Imagine you are a swimmer who uses a prosthetic limb. How about a prosthetic foot that is stiff when you walk on it, but when you get in the swimming pool it softens up and becomes a flexible flipper?
That is the kind of product that researchers in the Science for Technological Innovation National Science Challenge say will soon become possible with 4D printing using novel polymers.
3D printing is a form of additive manufacturing, building up objects in layers. Small domestic 3D printers are now readily available – and are becoming increasingly important in manufacturing.
Scion scientist Florian Graichen says that 3D printing is an advantage for a small country such as New Zealand because small runs of product can be produced onsite in the regions, and one-off prototypes can easily be made.
Most of the raw material currently used in 3D printers is plastic sourced from overseas, but Scion has already worked with a local company to produce a bio-based and compostable feedstock that contains 10 percent wood. “It’s a nice, first example,” says Florian.
He says there is “great potential to use natural polymers, and material that is grown in New Zealand … coming from a tree, but not limited to a tree.”
Harakeke, or flax fibre, and paua shell are two other natural products that Scion researchers are working on.
Scientist Marc Gaugler says that Scion is working on turning wood directly into plastic.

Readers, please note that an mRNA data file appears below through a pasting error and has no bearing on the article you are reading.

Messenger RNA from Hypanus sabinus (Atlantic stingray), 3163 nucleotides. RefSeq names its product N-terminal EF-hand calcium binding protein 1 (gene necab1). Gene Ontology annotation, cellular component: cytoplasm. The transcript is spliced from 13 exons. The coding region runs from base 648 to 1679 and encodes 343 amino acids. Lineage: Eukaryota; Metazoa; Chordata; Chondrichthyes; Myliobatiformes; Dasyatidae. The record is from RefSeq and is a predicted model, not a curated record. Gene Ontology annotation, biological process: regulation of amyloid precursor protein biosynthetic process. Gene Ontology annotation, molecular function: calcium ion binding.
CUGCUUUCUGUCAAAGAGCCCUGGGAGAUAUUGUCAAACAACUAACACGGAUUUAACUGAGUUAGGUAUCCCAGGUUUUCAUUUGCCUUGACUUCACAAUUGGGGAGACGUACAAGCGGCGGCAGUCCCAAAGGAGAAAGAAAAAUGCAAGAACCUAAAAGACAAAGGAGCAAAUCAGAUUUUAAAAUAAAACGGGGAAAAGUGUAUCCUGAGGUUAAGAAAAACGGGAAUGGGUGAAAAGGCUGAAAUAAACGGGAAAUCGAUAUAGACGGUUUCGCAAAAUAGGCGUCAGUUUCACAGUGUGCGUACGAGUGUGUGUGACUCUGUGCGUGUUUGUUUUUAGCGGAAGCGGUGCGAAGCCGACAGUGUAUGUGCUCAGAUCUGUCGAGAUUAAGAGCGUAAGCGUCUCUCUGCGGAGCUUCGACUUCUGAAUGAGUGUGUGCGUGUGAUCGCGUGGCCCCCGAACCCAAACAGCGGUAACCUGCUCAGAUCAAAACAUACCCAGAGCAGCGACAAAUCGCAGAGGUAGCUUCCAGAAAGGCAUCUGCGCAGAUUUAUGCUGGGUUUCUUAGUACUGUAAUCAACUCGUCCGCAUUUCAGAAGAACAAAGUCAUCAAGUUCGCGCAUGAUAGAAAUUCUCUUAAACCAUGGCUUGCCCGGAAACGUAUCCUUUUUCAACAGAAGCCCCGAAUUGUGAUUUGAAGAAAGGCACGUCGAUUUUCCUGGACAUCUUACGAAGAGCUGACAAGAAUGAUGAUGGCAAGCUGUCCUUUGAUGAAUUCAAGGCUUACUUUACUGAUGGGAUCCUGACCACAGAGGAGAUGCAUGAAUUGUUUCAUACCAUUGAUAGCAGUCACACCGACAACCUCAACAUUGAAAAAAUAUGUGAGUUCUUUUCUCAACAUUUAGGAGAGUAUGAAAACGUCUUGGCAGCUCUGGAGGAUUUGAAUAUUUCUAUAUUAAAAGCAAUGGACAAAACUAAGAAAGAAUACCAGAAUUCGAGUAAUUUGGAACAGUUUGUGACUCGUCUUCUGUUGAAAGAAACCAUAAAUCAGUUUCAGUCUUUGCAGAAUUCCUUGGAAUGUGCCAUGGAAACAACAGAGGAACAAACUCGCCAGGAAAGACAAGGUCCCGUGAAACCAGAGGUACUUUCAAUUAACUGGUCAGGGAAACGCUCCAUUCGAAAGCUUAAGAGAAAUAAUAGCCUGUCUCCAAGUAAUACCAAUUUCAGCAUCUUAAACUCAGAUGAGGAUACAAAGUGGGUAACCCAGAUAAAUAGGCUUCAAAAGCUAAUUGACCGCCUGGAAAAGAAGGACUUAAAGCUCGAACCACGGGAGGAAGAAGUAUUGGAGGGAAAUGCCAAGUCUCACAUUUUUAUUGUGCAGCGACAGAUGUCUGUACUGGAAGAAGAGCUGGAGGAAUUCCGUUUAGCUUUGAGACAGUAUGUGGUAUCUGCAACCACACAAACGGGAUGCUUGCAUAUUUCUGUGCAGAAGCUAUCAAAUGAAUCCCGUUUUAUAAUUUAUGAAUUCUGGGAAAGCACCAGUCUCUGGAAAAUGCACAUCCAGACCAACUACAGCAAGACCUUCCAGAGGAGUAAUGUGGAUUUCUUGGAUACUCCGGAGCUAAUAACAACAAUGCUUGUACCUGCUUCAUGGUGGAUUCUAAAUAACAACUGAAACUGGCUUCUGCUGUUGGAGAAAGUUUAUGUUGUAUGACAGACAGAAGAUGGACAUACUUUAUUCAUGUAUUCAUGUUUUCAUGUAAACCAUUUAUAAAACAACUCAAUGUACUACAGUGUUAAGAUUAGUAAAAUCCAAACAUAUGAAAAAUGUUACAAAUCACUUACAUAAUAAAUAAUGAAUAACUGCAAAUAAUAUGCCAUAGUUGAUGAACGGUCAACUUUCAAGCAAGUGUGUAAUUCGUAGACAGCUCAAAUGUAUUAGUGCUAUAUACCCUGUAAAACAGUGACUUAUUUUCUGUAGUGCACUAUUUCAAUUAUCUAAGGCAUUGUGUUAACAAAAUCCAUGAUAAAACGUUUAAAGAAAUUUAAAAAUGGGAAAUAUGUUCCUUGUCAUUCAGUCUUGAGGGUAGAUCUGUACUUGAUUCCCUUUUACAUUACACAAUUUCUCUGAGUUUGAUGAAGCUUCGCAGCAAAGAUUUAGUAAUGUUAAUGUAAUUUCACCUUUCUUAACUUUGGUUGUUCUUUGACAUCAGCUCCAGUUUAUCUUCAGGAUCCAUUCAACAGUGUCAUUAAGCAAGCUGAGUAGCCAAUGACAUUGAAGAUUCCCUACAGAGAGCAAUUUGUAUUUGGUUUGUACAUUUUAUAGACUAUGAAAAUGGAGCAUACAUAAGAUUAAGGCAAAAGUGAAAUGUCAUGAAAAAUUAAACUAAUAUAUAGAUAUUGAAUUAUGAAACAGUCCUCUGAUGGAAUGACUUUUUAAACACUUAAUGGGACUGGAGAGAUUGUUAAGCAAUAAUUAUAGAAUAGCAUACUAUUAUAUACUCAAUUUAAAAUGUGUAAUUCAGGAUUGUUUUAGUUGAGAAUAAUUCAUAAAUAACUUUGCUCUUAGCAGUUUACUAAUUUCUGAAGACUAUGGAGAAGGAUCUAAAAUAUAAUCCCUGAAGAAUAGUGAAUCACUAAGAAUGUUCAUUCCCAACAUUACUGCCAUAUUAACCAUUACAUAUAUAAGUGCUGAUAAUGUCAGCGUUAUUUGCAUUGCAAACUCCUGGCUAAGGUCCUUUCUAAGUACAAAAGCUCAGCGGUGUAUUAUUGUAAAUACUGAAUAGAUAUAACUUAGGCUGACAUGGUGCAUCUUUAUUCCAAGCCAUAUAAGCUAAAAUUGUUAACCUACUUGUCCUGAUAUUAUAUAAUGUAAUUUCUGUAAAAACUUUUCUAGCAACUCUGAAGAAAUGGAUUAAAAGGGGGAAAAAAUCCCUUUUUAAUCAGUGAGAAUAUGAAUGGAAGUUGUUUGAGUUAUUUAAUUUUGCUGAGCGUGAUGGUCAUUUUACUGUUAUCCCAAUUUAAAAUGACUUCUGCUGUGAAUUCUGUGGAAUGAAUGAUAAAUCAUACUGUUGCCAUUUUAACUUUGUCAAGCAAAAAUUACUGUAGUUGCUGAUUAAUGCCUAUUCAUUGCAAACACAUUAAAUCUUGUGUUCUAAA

“We break the structure of the wood down, the cellulose into sugars,” says Marc. “And there are bacteria that feed on the sugar, and just like humans store fat these bacteria store polymer.”
“We can process the polymer from inside the bacteria and make 3D printing filament out of them, for example.”
Florian says their research on new forms of biopolymers that could be used in 3D printers is focused on “performance and things that a conventional polymer can’t offer.”
The ultimate plan is for Scion to develop bio-based materials for 4D printing.
Florian says that 4D printing involves using “material that respond to pressure, light, any type of external stimuli so you’re not set into just one shape or one form. That’s what 4D printing is – printing with responsive material.”
Marc and Florian say there are a number of challenges they are thinking about, such as how to print different kinds of material, and how to speed up what is currently a slow process.
Most existing 3D printers are small, and Florian says another challenge is to start printing at much larger scales. This could be parts for a building, for example.
At the other end of the scale, molecular-scale printing also presents new opportunities.